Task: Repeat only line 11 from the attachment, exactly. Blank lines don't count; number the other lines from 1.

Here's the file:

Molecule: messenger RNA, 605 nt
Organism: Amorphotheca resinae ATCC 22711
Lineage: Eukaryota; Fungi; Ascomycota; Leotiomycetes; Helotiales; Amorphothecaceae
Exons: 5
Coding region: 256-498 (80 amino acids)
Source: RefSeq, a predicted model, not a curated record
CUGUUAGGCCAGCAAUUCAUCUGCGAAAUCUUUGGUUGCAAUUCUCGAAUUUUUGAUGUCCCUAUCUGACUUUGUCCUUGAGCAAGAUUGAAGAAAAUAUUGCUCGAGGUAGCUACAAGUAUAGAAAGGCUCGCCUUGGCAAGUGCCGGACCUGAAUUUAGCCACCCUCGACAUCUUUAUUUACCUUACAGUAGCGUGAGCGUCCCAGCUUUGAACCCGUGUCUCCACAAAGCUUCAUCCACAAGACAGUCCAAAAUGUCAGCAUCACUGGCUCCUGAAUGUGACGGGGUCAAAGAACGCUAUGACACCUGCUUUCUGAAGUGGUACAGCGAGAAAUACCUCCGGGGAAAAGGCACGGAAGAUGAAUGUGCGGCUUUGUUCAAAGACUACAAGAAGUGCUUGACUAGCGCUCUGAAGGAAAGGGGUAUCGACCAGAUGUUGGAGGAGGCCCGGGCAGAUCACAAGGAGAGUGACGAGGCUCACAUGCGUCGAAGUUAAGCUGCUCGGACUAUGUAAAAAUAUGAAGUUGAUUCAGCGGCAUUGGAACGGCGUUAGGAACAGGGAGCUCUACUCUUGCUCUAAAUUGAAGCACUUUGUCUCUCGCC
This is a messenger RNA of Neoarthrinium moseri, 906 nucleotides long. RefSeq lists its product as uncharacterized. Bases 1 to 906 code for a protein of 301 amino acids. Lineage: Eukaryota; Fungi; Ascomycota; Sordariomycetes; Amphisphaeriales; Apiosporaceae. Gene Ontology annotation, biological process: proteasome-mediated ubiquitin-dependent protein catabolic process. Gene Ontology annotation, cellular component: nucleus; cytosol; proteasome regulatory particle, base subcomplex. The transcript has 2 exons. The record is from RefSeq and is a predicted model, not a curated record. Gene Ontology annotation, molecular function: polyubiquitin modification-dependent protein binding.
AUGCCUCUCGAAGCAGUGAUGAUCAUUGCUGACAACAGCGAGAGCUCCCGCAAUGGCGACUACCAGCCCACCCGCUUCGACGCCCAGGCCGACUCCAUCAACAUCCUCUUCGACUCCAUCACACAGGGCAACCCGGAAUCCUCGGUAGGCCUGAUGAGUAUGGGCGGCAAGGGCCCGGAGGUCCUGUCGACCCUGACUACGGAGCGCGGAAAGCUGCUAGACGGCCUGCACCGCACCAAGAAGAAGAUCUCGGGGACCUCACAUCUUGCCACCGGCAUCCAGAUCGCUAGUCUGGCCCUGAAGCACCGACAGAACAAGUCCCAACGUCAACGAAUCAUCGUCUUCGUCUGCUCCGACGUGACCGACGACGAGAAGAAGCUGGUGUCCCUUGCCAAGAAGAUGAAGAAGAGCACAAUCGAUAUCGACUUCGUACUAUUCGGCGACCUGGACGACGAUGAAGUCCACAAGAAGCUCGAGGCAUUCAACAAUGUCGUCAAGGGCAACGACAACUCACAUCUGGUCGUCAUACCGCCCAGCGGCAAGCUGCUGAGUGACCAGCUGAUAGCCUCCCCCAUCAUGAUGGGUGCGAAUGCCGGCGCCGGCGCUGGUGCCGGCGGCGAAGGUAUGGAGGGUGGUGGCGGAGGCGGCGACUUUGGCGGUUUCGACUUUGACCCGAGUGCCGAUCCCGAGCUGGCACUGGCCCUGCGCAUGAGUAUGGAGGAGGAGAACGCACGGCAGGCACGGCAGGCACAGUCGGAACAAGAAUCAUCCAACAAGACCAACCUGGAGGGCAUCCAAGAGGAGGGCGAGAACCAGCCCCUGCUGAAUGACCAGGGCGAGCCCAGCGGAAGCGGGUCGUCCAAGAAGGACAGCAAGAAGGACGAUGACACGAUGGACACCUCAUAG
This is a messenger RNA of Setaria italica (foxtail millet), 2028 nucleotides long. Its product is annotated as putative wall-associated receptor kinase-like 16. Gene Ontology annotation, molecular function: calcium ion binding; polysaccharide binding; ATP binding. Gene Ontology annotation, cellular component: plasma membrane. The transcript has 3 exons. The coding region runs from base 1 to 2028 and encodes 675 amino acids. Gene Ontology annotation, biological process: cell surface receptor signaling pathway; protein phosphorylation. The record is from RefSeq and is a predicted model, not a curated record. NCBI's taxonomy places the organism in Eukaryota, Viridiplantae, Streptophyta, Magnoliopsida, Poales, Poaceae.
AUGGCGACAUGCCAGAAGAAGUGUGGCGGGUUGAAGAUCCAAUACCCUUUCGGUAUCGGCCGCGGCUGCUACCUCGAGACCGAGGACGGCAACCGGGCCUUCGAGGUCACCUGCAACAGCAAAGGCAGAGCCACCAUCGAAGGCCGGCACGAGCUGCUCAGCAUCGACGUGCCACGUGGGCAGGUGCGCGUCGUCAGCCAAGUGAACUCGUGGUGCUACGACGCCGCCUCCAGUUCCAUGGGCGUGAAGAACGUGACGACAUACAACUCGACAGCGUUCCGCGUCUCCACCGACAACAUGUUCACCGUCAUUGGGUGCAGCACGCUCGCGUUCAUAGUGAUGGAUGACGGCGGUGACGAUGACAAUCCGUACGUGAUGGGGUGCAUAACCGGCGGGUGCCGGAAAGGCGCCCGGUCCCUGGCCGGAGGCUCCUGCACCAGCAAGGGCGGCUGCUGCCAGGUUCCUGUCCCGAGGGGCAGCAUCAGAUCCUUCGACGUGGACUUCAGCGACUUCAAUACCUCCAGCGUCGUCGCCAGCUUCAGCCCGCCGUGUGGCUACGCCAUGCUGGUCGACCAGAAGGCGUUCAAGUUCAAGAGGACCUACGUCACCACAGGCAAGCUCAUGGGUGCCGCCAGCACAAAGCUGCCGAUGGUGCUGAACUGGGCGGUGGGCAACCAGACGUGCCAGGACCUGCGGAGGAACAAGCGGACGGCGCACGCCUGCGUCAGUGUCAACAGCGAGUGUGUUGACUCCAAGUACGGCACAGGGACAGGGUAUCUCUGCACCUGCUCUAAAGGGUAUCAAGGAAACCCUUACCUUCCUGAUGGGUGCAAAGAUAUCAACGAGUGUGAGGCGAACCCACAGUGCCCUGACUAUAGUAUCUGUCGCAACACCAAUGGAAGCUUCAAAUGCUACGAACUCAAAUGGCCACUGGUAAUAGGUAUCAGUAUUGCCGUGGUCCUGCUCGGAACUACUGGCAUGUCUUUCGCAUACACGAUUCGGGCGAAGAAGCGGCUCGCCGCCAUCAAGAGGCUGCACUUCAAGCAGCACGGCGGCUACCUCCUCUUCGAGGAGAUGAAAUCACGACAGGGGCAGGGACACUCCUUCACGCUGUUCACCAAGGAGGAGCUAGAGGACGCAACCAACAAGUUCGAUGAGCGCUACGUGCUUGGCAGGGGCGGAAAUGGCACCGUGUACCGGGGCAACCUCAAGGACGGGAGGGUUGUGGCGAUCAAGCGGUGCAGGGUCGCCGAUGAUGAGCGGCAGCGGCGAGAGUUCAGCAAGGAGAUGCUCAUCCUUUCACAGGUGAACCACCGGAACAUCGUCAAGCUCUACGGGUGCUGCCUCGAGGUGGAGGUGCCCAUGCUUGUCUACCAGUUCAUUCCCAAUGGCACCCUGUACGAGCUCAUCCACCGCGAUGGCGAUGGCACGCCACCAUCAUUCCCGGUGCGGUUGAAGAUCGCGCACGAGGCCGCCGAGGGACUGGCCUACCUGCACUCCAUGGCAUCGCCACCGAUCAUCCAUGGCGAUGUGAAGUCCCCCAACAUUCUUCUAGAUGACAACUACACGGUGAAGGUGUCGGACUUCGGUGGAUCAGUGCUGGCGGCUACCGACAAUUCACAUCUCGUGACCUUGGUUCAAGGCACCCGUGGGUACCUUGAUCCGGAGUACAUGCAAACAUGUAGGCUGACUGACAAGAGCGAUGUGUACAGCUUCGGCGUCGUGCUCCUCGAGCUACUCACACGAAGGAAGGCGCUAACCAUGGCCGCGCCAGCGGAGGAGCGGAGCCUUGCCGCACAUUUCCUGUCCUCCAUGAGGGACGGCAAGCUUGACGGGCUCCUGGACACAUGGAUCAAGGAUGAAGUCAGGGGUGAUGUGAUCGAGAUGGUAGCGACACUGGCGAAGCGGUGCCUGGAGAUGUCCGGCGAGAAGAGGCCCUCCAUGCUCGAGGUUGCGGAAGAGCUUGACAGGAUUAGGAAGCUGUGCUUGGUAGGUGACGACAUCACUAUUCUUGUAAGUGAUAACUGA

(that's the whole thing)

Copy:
AUGGCGACAUGCCAGAAGAAGUGUGGCGGGUUGAAGAUCCAAUACCCUUUCGGUAUCGGCCGCGGCUGCUACCUCGAGACCGAGGACGGCAACCGGGCCUUCGAGGUCACCUGCAACAGCAAAGGCAGAGCCACCAUCGAAGGCCGGCACGAGCUGCUCAGCAUCGACGUGCCACGUGGGCAGGUGCGCGUCGUCAGCCAAGUGAACUCGUGGUGCUACGACGCCGCCUCCAGUUCCAUGGGCGUGAAGAACGUGACGACAUACAACUCGACAGCGUUCCGCGUCUCCACCGACAACAUGUUCACCGUCAUUGGGUGCAGCACGCUCGCGUUCAUAGUGAUGGAUGACGGCGGUGACGAUGACAAUCCGUACGUGAUGGGGUGCAUAACCGGCGGGUGCCGGAAAGGCGCCCGGUCCCUGGCCGGAGGCUCCUGCACCAGCAAGGGCGGCUGCUGCCAGGUUCCUGUCCCGAGGGGCAGCAUCAGAUCCUUCGACGUGGACUUCAGCGACUUCAAUACCUCCAGCGUCGUCGCCAGCUUCAGCCCGCCGUGUGGCUACGCCAUGCUGGUCGACCAGAAGGCGUUCAAGUUCAAGAGGACCUACGUCACCACAGGCAAGCUCAUGGGUGCCGCCAGCACAAAGCUGCCGAUGGUGCUGAACUGGGCGGUGGGCAACCAGACGUGCCAGGACCUGCGGAGGAACAAGCGGACGGCGCACGCCUGCGUCAGUGUCAACAGCGAGUGUGUUGACUCCAAGUACGGCACAGGGACAGGGUAUCUCUGCACCUGCUCUAAAGGGUAUCAAGGAAACCCUUACCUUCCUGAUGGGUGCAAAGAUAUCAACGAGUGUGAGGCGAACCCACAGUGCCCUGACUAUAGUAUCUGUCGCAACACCAAUGGAAGCUUCAAAUGCUACGAACUCAAAUGGCCACUGGUAAUAGGUAUCAGUAUUGCCGUGGUCCUGCUCGGAACUACUGGCAUGUCUUUCGCAUACACGAUUCGGGCGAAGAAGCGGCUCGCCGCCAUCAAGAGGCUGCACUUCAAGCAGCACGGCGGCUACCUCCUCUUCGAGGAGAUGAAAUCACGACAGGGGCAGGGACACUCCUUCACGCUGUUCACCAAGGAGGAGCUAGAGGACGCAACCAACAAGUUCGAUGAGCGCUACGUGCUUGGCAGGGGCGGAAAUGGCACCGUGUACCGGGGCAACCUCAAGGACGGGAGGGUUGUGGCGAUCAAGCGGUGCAGGGUCGCCGAUGAUGAGCGGCAGCGGCGAGAGUUCAGCAAGGAGAUGCUCAUCCUUUCACAGGUGAACCACCGGAACAUCGUCAAGCUCUACGGGUGCUGCCUCGAGGUGGAGGUGCCCAUGCUUGUCUACCAGUUCAUUCCCAAUGGCACCCUGUACGAGCUCAUCCACCGCGAUGGCGAUGGCACGCCACCAUCAUUCCCGGUGCGGUUGAAGAUCGCGCACGAGGCCGCCGAGGGACUGGCCUACCUGCACUCCAUGGCAUCGCCACCGAUCAUCCAUGGCGAUGUGAAGUCCCCCAACAUUCUUCUAGAUGACAACUACACGGUGAAGGUGUCGGACUUCGGUGGAUCAGUGCUGGCGGCUACCGACAAUUCACAUCUCGUGACCUUGGUUCAAGGCACCCGUGGGUACCUUGAUCCGGAGUACAUGCAAACAUGUAGGCUGACUGACAAGAGCGAUGUGUACAGCUUCGGCGUCGUGCUCCUCGAGCUACUCACACGAAGGAAGGCGCUAACCAUGGCCGCGCCAGCGGAGGAGCGGAGCCUUGCCGCACAUUUCCUGUCCUCCAUGAGGGACGGCAAGCUUGACGGGCUCCUGGACACAUGGAUCAAGGAUGAAGUCAGGGGUGAUGUGAUCGAGAUGGUAGCGACACUGGCGAAGCGGUGCCUGGAGAUGUCCGGCGAGAAGAGGCCCUCCAUGCUCGAGGUUGCGGAAGAGCUUGACAGGAUUAGGAAGCUGUGCUUGGUAGGUGACGACAUCACUAUUCUUGUAAGUGAUAACUGA